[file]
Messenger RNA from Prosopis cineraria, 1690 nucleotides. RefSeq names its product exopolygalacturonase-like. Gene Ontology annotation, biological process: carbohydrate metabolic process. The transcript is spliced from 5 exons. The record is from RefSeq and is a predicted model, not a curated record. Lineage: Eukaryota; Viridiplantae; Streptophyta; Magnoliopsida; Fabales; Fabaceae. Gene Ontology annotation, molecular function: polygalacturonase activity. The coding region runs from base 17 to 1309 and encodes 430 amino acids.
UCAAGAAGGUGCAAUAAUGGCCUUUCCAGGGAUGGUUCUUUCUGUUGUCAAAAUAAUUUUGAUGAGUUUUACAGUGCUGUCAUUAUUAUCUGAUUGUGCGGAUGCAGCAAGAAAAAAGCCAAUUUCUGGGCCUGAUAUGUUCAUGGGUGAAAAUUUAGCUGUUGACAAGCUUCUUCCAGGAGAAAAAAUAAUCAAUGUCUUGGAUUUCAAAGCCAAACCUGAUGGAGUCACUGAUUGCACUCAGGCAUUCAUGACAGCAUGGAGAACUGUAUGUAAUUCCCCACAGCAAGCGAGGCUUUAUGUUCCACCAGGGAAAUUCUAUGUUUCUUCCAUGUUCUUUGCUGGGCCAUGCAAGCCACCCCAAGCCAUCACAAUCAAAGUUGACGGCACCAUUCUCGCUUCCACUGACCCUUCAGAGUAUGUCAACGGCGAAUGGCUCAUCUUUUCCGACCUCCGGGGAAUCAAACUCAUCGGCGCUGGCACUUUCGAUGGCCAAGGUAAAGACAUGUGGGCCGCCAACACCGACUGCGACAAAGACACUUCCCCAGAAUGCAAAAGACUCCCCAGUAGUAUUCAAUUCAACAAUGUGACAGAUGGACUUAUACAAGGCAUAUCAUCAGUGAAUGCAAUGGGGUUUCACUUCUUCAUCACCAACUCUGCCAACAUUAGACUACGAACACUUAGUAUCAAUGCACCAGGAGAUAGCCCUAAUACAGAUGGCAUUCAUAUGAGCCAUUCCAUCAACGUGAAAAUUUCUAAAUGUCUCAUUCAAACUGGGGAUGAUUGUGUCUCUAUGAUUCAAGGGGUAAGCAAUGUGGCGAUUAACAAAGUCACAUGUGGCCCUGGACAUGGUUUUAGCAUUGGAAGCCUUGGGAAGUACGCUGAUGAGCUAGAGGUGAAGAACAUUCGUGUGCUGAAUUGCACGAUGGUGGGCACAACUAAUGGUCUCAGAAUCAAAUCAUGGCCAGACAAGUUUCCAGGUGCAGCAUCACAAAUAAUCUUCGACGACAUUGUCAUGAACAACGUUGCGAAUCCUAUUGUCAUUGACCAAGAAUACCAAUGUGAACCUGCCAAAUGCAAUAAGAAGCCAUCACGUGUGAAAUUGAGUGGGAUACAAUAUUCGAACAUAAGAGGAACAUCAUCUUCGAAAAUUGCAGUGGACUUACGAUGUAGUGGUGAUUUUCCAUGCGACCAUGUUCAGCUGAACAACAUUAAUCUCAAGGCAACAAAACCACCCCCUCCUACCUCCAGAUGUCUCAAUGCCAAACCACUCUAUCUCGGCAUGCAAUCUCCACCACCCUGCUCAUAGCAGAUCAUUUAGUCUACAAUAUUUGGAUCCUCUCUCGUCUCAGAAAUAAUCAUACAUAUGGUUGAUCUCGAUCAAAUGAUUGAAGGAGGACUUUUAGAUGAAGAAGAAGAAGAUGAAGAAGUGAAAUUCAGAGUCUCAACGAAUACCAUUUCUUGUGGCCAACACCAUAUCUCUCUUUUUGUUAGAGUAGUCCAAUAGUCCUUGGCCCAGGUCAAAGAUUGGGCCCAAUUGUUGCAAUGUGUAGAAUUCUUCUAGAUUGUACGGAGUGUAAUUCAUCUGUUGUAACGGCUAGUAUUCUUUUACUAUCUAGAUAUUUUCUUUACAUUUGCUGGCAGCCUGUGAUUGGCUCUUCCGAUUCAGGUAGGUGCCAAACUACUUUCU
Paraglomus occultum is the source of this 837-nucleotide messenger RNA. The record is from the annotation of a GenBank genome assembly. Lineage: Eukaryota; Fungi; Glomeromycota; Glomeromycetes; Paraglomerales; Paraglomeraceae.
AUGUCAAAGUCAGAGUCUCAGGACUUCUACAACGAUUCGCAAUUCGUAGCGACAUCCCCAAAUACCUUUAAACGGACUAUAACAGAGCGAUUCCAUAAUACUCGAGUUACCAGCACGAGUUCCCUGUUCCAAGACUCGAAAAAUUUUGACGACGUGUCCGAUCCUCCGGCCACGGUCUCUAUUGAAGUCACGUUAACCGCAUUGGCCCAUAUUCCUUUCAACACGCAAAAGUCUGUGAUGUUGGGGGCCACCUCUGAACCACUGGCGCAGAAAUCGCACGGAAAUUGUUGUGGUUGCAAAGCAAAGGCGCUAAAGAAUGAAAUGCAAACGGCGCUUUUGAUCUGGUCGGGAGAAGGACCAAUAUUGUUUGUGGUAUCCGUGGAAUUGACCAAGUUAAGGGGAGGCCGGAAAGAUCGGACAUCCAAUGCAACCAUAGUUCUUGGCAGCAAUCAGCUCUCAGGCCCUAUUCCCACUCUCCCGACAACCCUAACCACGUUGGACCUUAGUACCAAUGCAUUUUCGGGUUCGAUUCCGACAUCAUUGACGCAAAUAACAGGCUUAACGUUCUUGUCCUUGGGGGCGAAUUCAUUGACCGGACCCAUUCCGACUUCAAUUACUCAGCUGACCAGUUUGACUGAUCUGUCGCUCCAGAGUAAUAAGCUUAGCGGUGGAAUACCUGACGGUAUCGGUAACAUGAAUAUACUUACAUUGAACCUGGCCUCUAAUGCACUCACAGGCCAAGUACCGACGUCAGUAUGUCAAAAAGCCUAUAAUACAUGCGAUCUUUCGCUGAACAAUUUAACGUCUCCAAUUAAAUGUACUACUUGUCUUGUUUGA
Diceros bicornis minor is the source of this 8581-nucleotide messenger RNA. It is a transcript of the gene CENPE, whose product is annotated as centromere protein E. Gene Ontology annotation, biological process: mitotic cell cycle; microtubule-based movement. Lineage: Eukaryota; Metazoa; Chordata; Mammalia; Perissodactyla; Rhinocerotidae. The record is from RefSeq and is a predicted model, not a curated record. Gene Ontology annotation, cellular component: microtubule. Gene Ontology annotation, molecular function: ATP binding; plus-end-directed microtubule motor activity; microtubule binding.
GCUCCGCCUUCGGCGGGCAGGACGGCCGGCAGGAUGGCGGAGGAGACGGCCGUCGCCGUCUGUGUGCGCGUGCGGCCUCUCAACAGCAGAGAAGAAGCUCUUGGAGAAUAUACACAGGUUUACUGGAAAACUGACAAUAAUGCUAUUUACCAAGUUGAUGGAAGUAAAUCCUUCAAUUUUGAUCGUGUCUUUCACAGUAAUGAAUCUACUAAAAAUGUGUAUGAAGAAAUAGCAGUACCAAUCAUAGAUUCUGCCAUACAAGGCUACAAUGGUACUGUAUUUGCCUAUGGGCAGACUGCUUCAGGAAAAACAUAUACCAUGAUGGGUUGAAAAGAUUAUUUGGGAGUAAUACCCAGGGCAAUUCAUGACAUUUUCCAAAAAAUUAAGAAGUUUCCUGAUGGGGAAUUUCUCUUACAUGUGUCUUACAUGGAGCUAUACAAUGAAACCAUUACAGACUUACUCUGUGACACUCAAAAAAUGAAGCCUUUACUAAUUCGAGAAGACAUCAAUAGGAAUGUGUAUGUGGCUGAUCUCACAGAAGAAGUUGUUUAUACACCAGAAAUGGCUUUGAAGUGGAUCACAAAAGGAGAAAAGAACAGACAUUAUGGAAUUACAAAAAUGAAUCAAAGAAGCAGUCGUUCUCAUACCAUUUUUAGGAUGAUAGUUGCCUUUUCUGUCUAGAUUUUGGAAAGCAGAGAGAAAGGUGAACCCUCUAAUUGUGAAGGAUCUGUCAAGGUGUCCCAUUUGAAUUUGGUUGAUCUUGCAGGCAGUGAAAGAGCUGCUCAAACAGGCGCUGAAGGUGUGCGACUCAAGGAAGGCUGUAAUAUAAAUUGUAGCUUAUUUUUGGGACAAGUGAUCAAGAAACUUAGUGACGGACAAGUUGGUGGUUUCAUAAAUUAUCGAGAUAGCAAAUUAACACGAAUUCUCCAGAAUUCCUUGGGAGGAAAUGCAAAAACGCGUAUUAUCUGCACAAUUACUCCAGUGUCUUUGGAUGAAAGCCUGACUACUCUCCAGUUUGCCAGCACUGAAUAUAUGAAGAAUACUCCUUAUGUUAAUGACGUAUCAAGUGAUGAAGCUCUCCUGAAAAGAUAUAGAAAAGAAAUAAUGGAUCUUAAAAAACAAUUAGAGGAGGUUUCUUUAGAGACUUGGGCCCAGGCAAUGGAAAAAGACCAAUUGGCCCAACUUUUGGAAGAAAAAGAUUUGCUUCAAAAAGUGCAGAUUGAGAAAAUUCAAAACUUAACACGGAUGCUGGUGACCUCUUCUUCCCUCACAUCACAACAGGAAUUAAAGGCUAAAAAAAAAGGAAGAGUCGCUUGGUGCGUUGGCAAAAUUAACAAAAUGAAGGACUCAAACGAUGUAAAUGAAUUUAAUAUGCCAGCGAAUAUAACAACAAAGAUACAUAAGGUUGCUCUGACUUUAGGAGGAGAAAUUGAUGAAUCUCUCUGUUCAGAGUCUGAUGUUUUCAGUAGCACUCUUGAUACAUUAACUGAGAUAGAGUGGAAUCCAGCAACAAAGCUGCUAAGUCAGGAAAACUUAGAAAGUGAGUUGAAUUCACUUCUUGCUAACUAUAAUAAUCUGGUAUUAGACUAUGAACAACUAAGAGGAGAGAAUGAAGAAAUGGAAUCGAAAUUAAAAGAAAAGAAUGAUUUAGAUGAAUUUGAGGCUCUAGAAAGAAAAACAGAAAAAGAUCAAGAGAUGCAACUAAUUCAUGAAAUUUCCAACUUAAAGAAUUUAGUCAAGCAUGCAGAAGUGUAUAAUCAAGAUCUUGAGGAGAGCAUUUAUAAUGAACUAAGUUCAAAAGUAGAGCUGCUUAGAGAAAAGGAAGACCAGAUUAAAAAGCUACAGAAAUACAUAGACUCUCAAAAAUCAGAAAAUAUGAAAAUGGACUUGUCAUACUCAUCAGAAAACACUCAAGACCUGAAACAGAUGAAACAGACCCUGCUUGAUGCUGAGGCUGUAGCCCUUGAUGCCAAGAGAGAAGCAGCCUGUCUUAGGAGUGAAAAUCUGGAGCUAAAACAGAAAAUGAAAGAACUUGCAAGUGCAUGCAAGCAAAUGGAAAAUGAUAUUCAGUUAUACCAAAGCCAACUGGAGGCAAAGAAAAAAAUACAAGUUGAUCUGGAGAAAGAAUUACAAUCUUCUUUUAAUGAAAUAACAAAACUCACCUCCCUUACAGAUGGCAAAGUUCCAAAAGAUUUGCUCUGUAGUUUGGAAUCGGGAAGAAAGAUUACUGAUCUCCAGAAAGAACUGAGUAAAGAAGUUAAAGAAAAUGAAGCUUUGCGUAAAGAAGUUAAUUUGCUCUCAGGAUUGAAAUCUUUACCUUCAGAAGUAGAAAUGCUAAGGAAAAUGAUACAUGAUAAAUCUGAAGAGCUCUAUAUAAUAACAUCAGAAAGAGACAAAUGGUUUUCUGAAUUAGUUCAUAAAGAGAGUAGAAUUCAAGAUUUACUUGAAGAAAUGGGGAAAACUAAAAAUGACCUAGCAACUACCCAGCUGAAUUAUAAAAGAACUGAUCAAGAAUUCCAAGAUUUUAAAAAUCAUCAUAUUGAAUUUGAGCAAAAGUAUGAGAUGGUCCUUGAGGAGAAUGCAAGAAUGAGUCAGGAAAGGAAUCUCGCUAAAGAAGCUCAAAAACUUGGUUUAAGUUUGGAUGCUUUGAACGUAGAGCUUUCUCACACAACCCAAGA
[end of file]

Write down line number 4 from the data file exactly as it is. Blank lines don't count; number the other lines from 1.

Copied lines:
AUGUCAAAGUCAGAGUCUCAGGACUUCUACAACGAUUCGCAAUUCGUAGCGACAUCCCCAAAUACCUUUAAACGGACUAUAACAGAGCGAUUCCAUAAUACUCGAGUUACCAGCACGAGUUCCCUGUUCCAAGACUCGAAAAAUUUUGACGACGUGUCCGAUCCUCCGGCCACGGUCUCUAUUGAAGUCACGUUAACCGCAUUGGCCCAUAUUCCUUUCAACACGCAAAAGUCUGUGAUGUUGGGGGCCACCUCUGAACCACUGGCGCAGAAAUCGCACGGAAAUUGUUGUGGUUGCAAAGCAAAGGCGCUAAAGAAUGAAAUGCAAACGGCGCUUUUGAUCUGGUCGGGAGAAGGACCAAUAUUGUUUGUGGUAUCCGUGGAAUUGACCAAGUUAAGGGGAGGCCGGAAAGAUCGGACAUCCAAUGCAACCAUAGUUCUUGGCAGCAAUCAGCUCUCAGGCCCUAUUCCCACUCUCCCGACAACCCUAACCACGUUGGACCUUAGUACCAAUGCAUUUUCGGGUUCGAUUCCGACAUCAUUGACGCAAAUAACAGGCUUAACGUUCUUGUCCUUGGGGGCGAAUUCAUUGACCGGACCCAUUCCGACUUCAAUUACUCAGCUGACCAGUUUGACUGAUCUGUCGCUCCAGAGUAAUAAGCUUAGCGGUGGAAUACCUGACGGUAUCGGUAACAUGAAUAUACUUACAUUGAACCUGGCCUCUAAUGCACUCACAGGCCAAGUACCGACGUCAGUAUGUCAAAAAGCCUAUAAUACAUGCGAUCUUUCGCUGAACAAUUUAACGUCUCCAAUUAAAUGUACUACUUGUCUUGUUUGA